The deepest principle in human nature is the craving to be appreciated. – William James
A story is told that Napoleon’s genius had been attributed to many things, but above all, he was a superb natural leader of men. Like any wise leader he was aware that his own success would have been nothing had his men not been willing to follow him.
Obviously he could not know and personally inspire every man under his vast army; therefore he devised a simple technique for circumventing this difficulty. Before visiting a regiment he would call the colonel aside and ask for the name of a soldier who had served well in previous campaigns, but who had not been given the credit he deserved. The colonel would indicate such a man. Napoleon would learn everything about him, where he was born, the names of his family, his exploits in battle, etc.
Later upon passing this man while reviewing the troops, and at a signal from the colonel, Napoleon would stop, single out the man, greet him warmly, ask about his family, compliment him on his bravery and loyalty, reminisce about old campaigns, then pen a medal on the grateful soldier. The gesture worked. After the review, the other soldiers would remark, “You see, he knows us-he remembers. He knows our families. He knows we have served.”
The story serves to remind us of the importance of expressing appreciation and why it matters. Liz Jazwiec, author of the book, Eat That Cookie: Make Workplace Positively Pay Off…For Individuals, writes, “Too many people leave work every day thinking, ‘My boss doesn’t appreciate me.’ When you feel that your boss doesn’t fully value your work, you start to care a little less. You don’t provide the kind of service you would if you felt appreciated. You don’t make an effort to help your co-workers. And when the majority of people in a workplace feel this way, the overall environment is hugely impacted. Productivity decreases, turnover increases, and it can become very difficult to stay afloat, especially in a tough economy.”
In a recent Gallup Poll, 65 percent of people say they don’t feel appreciated at work. And, according to the Small Business Digest, “These feelings quickly lead to pensive negativity, low morale and decreased productivity”. What about your place of work? Is there an atmosphere of appreciation that is known and expressed? Here are three things you need to understand about appreciation and why it matters.
Appreciation signals engagement. Even though it was impossible for Napoleon to personally know every member of his army, he understood the importance of knowing as much as possible about those he could. A smart leader will be no less committed to knowing the value that each person brings to the organization and the difference that he or she makes. When you take the time to know, recognize, and appreciate the contributions your team members make, it indicates that you are engaged. Are you?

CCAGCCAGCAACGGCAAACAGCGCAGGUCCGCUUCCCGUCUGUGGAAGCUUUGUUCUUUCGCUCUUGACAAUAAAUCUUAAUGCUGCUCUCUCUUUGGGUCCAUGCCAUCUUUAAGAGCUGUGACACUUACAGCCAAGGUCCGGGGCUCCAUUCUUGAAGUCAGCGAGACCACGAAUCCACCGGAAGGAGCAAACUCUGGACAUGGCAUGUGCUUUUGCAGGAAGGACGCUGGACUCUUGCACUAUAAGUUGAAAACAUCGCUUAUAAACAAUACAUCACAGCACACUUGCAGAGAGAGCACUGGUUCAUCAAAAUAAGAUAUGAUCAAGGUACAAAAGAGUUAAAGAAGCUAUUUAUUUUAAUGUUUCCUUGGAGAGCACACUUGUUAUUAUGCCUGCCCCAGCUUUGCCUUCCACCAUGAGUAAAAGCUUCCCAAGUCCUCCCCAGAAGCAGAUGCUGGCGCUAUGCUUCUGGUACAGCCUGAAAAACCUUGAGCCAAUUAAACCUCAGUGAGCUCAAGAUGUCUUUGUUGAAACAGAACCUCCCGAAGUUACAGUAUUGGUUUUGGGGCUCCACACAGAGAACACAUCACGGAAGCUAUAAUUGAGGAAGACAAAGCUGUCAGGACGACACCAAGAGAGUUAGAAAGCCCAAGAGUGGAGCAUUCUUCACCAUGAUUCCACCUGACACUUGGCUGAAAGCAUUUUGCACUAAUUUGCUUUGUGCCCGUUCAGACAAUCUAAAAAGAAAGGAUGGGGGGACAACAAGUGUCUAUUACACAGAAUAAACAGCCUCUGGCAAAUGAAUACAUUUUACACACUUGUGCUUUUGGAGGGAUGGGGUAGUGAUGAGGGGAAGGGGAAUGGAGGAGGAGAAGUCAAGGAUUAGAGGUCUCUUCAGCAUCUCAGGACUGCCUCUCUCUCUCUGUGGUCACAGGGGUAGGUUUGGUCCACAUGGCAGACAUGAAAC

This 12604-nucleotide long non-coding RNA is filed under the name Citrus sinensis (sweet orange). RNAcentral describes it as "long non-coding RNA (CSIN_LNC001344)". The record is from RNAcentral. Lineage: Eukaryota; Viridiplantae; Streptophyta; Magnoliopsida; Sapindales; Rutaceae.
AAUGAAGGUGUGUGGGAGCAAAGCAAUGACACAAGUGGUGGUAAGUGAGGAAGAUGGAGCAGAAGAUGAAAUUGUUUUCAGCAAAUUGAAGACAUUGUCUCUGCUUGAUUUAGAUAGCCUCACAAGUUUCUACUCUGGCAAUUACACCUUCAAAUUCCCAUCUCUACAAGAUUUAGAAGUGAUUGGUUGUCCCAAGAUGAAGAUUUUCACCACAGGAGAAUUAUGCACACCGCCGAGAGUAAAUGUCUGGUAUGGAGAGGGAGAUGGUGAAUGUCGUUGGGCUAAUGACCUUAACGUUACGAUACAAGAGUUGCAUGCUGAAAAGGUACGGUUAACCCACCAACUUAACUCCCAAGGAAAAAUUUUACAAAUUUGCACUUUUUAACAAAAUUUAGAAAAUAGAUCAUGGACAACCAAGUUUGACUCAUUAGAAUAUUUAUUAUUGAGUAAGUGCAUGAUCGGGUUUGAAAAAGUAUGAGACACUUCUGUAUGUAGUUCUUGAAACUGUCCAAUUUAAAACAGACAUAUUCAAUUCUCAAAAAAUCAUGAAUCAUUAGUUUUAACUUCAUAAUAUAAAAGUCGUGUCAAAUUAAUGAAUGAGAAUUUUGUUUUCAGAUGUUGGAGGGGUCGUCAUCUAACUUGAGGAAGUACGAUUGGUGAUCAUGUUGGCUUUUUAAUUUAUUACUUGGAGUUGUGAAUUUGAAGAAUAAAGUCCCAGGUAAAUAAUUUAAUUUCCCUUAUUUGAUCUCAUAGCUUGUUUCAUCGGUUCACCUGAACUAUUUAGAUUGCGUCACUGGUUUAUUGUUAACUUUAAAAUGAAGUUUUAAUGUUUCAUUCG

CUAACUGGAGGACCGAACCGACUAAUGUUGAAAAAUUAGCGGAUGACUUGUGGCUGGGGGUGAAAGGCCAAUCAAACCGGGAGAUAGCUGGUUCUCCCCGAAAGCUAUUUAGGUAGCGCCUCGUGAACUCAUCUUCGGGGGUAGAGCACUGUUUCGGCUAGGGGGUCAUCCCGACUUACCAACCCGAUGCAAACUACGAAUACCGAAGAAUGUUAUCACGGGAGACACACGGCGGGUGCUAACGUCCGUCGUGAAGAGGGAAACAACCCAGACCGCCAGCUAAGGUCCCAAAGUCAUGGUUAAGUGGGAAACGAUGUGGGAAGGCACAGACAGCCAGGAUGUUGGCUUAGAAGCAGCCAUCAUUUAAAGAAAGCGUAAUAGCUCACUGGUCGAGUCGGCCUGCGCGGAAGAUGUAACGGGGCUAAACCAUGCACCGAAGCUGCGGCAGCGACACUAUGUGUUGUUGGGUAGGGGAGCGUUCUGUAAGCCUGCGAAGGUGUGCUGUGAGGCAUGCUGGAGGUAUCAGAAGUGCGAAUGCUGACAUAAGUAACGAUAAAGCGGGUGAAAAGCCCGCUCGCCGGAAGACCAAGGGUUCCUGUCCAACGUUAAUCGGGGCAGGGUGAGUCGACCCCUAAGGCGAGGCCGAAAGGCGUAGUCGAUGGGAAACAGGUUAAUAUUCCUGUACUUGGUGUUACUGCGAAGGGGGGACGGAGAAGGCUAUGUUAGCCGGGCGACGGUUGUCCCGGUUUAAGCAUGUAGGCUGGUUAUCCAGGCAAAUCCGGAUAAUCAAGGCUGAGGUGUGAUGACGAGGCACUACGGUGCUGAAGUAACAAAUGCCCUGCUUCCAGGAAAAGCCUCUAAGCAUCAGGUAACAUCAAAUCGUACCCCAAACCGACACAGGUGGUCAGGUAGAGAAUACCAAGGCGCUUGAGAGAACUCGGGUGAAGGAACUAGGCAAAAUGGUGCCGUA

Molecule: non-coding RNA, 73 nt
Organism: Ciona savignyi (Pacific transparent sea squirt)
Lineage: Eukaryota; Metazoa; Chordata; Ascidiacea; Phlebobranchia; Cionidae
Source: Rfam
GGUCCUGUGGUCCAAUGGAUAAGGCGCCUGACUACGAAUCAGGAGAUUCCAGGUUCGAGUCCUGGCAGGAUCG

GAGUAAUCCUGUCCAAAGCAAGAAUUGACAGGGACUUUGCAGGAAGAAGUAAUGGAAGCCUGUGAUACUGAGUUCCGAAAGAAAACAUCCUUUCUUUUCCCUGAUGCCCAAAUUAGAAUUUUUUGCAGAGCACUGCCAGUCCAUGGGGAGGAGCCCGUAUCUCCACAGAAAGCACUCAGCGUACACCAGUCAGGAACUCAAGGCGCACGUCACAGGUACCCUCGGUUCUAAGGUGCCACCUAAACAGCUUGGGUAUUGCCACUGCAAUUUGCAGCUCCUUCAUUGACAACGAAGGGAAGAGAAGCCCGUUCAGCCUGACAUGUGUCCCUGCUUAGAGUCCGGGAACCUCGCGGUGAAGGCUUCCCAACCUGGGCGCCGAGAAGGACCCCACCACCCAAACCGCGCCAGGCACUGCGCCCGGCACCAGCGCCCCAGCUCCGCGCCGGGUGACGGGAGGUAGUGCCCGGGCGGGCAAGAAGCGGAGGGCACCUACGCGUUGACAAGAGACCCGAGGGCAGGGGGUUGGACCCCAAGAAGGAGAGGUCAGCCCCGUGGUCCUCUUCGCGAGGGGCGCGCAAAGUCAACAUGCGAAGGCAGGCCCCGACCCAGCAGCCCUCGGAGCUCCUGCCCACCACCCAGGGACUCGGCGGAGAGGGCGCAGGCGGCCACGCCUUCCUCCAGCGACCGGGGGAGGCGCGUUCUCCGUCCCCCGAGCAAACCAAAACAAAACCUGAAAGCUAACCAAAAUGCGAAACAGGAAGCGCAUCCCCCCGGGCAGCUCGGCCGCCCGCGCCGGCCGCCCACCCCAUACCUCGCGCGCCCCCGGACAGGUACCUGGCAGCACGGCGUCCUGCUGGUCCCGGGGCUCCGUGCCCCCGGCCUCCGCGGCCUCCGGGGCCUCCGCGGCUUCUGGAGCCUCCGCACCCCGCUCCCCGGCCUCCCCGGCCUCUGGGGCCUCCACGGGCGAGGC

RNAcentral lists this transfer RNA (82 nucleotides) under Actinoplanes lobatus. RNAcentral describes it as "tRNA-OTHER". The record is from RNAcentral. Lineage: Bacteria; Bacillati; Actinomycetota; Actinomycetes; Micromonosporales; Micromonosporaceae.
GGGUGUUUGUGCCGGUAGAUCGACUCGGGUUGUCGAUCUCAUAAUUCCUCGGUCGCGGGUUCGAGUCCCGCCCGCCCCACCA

The recognition that you give can be in specific tangle ways such as cash, gift cards, or some other form of bonus. It can be something as meaningful as a hand-written note of appreciation for a job well done. It’s not so much the gift that matters as it is the fact you are demonstrating to your team that you are engaged.
Appreciation builds morale. The acts of appreciation on whatever scale you choose to demonstrate it are morale boosters. What better way to build morale than to huddle your team and publically praise the efforts of those who have worked hard for the advancement of the organization?
When 65 percent of employees indicate that they do not feel appreciated at work, chances are, you have some at your office not feeling the love. Showing appreciation will build much needed morale, boost performance, and will go a long way in demonstrating that you get this very important leadership principle: you would not be where you are without them.
Appreciation gives purpose. When your organization builds a culture of appreciation it goes a long way towards building organizational excellence, strong relationships, outstanding customer service, and a foundation for a bright future. Never underestimate the power of appreciation and what it means to the success of your organization.
What about your organization? Does a culture of appreciation exist? Do you feel appreciated? When was the last time you expressed it? John F. Kennedy said, “As we express our gratitude, we must never forget that the highest appreciation is not to utter words, but to live by them.” That’s great advice. Appreciation: show it, express it, live it.
© 2012 Doug Dickerson
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